Transformations of Political Islam in Yemen: Revolution to Counter-revolution - Al Jazeera Center for Studies

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Transformations of Political Islam in Yemen: Revolution to Counter-revolution

The paper reviews the emergence and process of the Islah (Reform), a Muslim brotherhood party and al-Rashad (Guidance) a Salafi party. These parties, along with other Islamists, have experienced intellectual reassessments amid growing threats targeting the geopolitical future of Yemen.

Monday, 26 September 2016 10:14 GMT

[Reuters]

The paper reviews the emergence and process of the Islah (Reform), a Muslim brotherhood party and al-Rashad (Guidance) a Salafi party. These parties, along with other Islamists, have experienced intellectual reassessments amid growing threats targeting the geopolitical future of Yemen. The paper touches on the relation between these parties within the country’s political spectrum and its regional outskirts in the Yemeni post-revolution era. 

The Houthi (Ansarullah) group will not be reviewed since it is a militia-based body founded on sectarian origins linked to several regional powers. In short, it is perceived as one of the counter-revolutionary tools in Yemen. 

Most studies indicate that the Yemeni Salafi movement’s first emergence came under the leadership of Sheikh Muqbil Bin Hadi, late in the second half of the seventh decade of the last century. A historical parallel occurred when the return of Sheikh Muqbil posed a resemblance to the Iranian revolution breakout that sought to export the revolution to other Arab and Islamic countries. The Salafi group began their activities in al-Makalla under the guise of a charity organization. 

Opposition under control: The Yemeni Alliance for Reform is defined as a popular political organization that seeks reform in all walks of life in the light of Islam and its guiding rules. The party’s first political confrontation with deposed president Ali Abdullah Saleh occurred during Yemeni presidential elections in 2006. 

Ramifications and transformation: The relation between Islah and the former regime has been marked with conditional support combined with calculated opposition. The popular uprising that broke out have forced decision makers in al-Islah party to respond to their supporters’ demand for deep-rooted changes. Alternatively, al-Rashad party and the Houthi group were ideologically diverse parties, prompting the need for finding out an Islamist party that would challenge al-Islah party.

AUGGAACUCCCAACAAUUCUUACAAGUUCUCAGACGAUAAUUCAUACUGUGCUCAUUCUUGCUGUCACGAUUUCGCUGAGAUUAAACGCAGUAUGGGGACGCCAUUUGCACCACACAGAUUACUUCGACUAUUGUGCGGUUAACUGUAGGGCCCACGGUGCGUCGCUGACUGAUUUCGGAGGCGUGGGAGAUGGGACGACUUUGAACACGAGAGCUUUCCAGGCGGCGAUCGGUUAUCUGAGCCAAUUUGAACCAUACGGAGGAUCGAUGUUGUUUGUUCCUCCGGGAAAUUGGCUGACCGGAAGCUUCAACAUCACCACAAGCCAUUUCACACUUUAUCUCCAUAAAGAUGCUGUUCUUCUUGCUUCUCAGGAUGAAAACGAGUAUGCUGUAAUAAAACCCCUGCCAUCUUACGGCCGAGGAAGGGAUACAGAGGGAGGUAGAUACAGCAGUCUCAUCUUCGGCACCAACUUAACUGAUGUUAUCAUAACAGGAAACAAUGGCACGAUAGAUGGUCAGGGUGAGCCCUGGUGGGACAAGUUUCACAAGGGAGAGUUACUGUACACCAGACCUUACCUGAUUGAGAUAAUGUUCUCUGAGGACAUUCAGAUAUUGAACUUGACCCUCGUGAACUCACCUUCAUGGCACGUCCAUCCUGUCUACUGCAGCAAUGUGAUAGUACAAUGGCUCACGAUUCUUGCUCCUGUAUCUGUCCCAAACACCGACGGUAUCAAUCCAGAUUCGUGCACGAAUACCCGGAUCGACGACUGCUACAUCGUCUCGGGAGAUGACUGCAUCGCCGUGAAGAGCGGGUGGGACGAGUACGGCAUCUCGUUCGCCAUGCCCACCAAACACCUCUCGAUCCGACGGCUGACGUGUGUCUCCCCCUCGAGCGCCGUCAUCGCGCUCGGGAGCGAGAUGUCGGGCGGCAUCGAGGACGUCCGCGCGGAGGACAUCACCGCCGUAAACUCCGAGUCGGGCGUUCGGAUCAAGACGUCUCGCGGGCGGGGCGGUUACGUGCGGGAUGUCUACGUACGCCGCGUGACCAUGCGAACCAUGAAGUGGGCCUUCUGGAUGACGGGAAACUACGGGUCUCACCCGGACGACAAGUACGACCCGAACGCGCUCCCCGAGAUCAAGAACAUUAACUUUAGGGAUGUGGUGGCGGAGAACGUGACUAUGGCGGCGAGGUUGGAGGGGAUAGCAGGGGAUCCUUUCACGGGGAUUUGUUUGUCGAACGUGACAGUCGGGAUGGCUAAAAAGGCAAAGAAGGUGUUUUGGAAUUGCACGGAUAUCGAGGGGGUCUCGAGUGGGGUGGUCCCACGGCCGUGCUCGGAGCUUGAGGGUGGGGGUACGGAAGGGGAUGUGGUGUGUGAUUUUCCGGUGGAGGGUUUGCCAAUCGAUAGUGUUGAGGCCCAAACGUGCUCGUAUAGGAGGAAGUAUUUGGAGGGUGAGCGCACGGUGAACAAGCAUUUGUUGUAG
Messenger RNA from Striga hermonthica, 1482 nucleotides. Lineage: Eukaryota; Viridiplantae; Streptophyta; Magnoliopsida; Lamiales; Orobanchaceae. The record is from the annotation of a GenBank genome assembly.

After the breakout of the current fighting in Yemen, some Saudi-led alliance countries kept opposing any role to be played by Islah party in Yemen because they had classified the party as being linked to the Muslim Brotherhood group.The Islah party is facing a major challenge posed by some regional powers for dissociating the party from the so-called the “International Muslim Brotherhood Organization”, but a number of party leaders have denied any links to the organization. 

Violence and Arms

Yemen has plunged into the fray of violence and conflict after the counter-revolutionary alliance held between al-Houthi group and deposed president Abdullah Saleh, succeeded in taking control of the Yemeni capital Sana’a. 

The Salafists engaged in fighting against the Houthis who were backed by Saleh militias, for defending Damaj institute which is run by the group. The Salafists were finally forced to carry arms in the absence of any central government control. 

As for Salafists linked to al-Rashad party union, the group joined political activity when they were about to be annihilated by the Houthi militias after facing imminent collapse. Thus, the party opted to reconciliation and normalization of relations, both at the domestic level and with the Western countries.

_____________________________________

Saeed Thabit Saeed is Aljazeera Bureau Manager in Yemen.

About the author

Aljazeera Bureau Manager in Yemen.

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